| **A question for the smarties.** | hayaku
*Dec 15, 2002 3:36 AM* | | Riding a 7% gain for 17km in a time of 1:00.17 starting at 600m, in the same conditions, with the same gear, the same fitness level and same effort... How much weight would someone have to lose to complete the course in 49 minutes?
Everything isn't the same, I have a better bike, lighter wheels and will have been training for a lot longer than my first try but for the sake of mathmatics, wont you amuse me?
I know I'd have to drop a lot of weight but luckly that can be done, I think.
Thanks.
M. |
| **need to know some things...** | merckx56
*Dec 15, 2002 5:55 AM* | | what do you weigh now? Do you know how much power you made during the last effort?
Power to weight ratio would be the best indicator. going purely by what you have given us, it's really not possible to figure it out. the time gain is around 20%, but the rest of the numbers for the equation are missing. |
| **Some assumptions** | LeGrimper
*Dec 15, 2002 2:30 PM* | | Wattage = vertical climbing x weight (rider & Bike)
OVER
time (in seconds)
Speed = Gear Ratio (52/19 X wheel diameter)x cadence
Assume rolling resistance of 70 watts to allow for OTHER factors. Another fixed point.
Therefore if you were 80kg (plus 10kg bike weight all up) and took an hour to climb 7% for 17kms (1190 meters), @17 kph then this is approx 370 watts. 4.08 watts per kg (you and bike). The gear would be something like 39x23 at 58rpm.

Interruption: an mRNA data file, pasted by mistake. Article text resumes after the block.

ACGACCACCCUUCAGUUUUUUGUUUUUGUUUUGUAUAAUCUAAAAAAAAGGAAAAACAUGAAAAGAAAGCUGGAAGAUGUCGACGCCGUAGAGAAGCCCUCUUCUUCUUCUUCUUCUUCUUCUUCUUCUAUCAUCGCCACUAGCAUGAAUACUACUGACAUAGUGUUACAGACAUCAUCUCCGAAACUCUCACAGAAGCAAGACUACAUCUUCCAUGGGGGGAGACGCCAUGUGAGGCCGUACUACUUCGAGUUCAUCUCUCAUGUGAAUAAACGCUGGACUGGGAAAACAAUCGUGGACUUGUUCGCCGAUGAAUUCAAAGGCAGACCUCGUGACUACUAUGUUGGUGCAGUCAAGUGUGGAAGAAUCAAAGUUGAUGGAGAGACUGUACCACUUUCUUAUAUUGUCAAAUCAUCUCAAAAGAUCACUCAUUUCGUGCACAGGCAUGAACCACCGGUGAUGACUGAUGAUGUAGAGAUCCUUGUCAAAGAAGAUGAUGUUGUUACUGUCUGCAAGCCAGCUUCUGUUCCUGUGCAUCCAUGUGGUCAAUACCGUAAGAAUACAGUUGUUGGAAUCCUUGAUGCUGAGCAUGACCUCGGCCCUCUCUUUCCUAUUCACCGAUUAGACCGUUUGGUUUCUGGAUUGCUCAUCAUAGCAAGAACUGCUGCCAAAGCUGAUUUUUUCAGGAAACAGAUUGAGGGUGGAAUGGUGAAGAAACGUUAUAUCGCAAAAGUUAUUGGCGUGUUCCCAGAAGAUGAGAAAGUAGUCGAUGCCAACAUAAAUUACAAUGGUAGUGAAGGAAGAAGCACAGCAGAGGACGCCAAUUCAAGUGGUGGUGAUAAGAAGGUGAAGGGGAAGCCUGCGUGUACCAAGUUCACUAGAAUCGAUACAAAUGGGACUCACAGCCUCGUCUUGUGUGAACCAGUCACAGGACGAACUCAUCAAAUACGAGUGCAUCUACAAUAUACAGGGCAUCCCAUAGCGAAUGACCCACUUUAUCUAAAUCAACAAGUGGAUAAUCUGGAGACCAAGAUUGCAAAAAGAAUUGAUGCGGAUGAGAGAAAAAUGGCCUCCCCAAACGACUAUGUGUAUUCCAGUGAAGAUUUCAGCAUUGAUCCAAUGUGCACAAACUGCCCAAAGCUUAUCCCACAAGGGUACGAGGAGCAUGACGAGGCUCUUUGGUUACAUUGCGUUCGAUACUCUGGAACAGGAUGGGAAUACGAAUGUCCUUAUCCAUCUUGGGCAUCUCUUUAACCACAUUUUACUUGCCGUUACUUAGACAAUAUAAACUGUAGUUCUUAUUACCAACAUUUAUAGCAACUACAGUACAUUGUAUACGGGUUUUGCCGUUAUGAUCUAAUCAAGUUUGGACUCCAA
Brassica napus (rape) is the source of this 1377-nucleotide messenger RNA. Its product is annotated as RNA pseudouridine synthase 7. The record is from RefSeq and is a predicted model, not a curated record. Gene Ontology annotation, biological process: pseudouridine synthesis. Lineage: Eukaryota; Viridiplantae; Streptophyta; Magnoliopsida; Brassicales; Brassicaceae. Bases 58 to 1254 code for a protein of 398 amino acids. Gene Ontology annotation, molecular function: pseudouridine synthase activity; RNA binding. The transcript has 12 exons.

Keeping these variables fixed, to do it in 49 minutes would mean loosing 15kgs, and increase of watts per kg to 4.99, speed to 21kph. The gear now needs to be 39x23 at 66rpm, or push a larger gear.
That is a lot of gain.
I know this is all theory and inaccurate due to a lot of variables but basically to take ten minutes out of a 17km hill at 7% will need a lot of training. It is something like an 18% fitness gain. Maybe manageable over two or three years of steady effort.
Hope this helps. Given the formula it is easy to set something up in Excel and chart fitness on your favourite hill, graph it etc etc
LeGrimp. |
| **That's a lot of weight!** | hayaku
*Dec 15, 2002 8:15 PM* | | Thanks for your help guys. I will be able to drop 5kg from last year's weight(80kg), unfortunately 15 is out of the question.
I will have a stiffer bike and lighter wheels. Last year I did the race with only very little training under my belt. I'm hoping for a miracle... but not betting on it.
We'll see what happens, if I'm successful you'll definately hear from me!
Thanks again.
M. |
| **Keep us posted** | LeGrimper
*Dec 16, 2002 2:13 AM* | | Good luck with it all.
If you were 80kg last year and 75kg this year with a lighter bike, say 7kgs rather than 10kgs,
then for the same power you should be looking at somewhere in the region of 55 - 56 minutes for the 17kms. |
| **Some answers** | Kerry
*Dec 15, 2002 6:42 PM* | | A 150 lb rider would have to lose about 35 lbs. A 180 lb rider would have to lose about 42 lbs. This effort is about 285 watts for a 150 lb rider, 330 for a 180 lb rider. |
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